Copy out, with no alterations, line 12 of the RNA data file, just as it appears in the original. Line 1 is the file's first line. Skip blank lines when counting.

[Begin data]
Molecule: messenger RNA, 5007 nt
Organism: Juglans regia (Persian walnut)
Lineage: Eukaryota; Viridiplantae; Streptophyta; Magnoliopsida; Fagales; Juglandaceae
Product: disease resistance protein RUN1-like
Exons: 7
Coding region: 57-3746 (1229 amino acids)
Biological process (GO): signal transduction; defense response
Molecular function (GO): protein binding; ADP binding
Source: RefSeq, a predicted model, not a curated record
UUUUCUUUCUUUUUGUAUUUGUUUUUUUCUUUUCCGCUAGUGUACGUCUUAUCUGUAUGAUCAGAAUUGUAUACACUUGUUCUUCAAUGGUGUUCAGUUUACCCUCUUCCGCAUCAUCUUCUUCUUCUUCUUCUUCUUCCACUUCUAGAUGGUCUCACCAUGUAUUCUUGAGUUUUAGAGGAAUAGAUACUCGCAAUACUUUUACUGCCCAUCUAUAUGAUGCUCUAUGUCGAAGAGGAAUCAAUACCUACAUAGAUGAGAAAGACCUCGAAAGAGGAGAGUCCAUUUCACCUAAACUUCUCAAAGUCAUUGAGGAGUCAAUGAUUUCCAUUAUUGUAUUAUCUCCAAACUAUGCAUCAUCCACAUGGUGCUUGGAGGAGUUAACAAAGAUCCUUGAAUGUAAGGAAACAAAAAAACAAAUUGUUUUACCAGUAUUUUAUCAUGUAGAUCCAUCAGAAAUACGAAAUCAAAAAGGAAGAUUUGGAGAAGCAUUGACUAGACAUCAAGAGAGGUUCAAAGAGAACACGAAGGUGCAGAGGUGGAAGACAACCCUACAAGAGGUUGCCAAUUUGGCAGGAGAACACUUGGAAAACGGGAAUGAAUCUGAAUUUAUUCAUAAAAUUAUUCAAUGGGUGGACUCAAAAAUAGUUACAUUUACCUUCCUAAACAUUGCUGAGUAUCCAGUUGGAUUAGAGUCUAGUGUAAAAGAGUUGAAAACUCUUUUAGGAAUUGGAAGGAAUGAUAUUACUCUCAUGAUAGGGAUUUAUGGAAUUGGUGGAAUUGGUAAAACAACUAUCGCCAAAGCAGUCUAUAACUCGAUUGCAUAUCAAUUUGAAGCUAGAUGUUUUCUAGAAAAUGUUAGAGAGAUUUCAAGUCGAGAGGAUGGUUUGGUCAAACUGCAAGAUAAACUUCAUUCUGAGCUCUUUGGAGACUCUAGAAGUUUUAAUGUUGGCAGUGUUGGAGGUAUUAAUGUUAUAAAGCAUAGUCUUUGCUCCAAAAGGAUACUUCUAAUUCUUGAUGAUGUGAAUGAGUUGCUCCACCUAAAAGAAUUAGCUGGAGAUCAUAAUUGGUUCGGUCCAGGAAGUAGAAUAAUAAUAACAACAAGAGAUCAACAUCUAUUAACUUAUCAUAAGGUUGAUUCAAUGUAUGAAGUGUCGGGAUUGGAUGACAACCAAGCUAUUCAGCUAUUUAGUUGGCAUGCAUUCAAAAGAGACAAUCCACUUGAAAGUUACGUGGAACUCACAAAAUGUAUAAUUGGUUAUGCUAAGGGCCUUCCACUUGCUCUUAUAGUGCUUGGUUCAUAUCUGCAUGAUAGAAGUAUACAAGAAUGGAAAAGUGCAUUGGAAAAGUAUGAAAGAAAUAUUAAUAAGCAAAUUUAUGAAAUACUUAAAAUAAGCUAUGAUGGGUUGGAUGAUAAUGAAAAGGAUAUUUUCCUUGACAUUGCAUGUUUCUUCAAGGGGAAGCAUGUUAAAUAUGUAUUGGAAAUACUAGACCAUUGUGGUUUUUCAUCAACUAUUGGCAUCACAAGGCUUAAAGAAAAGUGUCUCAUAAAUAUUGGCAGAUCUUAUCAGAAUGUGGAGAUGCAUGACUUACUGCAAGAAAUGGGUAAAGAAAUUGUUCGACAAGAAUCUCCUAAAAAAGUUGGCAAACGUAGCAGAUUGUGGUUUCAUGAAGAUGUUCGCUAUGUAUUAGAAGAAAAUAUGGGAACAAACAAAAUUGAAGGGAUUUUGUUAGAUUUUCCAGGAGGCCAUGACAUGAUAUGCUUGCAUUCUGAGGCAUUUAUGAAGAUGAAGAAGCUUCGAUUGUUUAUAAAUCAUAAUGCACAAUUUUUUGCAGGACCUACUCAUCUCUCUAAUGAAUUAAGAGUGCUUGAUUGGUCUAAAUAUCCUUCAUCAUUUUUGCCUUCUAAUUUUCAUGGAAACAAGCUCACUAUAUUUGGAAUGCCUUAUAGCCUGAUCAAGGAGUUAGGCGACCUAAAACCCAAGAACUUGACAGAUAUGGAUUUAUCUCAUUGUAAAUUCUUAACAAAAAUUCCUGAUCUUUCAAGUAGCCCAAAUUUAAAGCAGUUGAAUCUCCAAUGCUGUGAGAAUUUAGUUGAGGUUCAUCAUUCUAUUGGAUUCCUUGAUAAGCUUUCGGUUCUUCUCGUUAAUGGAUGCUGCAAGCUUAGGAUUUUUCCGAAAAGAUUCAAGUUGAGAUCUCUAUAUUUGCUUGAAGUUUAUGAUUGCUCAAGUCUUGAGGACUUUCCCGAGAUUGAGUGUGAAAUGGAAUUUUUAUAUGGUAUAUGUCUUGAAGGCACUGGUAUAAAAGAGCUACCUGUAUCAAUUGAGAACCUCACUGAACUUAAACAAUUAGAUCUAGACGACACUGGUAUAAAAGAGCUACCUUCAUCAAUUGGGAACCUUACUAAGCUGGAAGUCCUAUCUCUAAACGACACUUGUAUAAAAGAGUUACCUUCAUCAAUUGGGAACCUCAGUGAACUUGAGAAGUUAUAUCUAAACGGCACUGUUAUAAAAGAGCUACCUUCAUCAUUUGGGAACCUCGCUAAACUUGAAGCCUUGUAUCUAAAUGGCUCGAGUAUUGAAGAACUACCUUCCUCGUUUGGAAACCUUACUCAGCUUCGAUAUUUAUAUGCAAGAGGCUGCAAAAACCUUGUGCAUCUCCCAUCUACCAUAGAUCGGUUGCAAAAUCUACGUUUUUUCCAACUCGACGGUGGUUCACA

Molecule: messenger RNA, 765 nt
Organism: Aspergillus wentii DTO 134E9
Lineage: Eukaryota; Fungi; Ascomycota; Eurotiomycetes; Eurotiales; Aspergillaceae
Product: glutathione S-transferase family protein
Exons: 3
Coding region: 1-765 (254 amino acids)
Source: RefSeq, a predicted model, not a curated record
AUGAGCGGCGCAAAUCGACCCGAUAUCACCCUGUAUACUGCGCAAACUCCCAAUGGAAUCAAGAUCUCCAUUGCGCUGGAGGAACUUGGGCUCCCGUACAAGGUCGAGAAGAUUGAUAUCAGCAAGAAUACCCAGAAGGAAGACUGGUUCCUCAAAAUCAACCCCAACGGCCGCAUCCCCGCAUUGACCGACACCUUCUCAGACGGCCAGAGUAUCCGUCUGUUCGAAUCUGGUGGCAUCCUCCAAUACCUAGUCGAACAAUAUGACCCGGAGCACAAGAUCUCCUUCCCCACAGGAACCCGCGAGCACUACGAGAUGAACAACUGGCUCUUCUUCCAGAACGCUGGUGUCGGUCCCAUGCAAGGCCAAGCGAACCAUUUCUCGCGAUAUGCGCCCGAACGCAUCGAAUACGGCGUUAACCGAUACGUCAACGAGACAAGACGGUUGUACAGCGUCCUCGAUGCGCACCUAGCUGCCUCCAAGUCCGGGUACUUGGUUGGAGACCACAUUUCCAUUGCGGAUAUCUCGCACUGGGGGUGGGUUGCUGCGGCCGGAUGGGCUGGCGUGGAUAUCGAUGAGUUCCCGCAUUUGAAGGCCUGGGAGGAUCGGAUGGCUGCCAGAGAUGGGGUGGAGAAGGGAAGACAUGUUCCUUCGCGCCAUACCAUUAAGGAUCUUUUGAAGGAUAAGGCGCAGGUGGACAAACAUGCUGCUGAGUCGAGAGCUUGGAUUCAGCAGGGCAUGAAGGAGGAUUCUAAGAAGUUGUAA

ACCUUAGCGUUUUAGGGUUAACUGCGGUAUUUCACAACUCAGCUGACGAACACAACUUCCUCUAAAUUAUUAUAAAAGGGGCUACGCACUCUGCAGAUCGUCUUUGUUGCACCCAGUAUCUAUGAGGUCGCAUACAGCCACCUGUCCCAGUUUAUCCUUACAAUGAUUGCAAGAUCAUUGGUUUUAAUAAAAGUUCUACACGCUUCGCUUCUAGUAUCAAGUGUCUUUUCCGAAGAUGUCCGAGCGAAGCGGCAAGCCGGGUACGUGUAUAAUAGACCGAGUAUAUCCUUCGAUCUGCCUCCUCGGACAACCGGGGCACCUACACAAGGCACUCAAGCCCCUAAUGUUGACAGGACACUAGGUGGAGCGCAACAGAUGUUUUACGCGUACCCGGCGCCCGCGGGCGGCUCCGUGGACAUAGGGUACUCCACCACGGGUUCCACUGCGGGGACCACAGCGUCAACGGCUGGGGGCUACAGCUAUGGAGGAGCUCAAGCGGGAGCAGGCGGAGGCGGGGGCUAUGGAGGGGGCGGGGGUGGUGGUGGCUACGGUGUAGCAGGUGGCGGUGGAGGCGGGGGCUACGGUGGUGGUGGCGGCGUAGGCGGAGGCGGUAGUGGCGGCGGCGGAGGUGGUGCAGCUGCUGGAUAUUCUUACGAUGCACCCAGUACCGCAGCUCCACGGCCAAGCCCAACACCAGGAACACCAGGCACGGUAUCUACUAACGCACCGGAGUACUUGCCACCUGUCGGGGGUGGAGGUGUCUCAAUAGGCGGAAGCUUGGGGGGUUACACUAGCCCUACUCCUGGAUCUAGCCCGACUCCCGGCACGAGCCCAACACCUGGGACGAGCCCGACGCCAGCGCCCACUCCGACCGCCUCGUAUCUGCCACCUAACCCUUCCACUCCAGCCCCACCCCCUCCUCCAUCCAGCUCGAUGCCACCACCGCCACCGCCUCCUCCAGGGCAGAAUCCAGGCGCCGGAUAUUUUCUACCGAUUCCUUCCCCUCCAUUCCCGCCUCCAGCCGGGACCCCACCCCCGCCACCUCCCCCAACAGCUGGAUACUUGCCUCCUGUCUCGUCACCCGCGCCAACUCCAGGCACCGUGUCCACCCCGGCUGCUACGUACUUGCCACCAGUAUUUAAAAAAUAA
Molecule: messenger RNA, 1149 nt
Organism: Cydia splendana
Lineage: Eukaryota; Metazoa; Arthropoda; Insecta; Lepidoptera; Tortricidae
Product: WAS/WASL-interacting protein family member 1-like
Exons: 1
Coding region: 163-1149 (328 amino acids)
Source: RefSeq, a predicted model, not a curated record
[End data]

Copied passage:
Organism: Aspergillus wentii DTO 134E9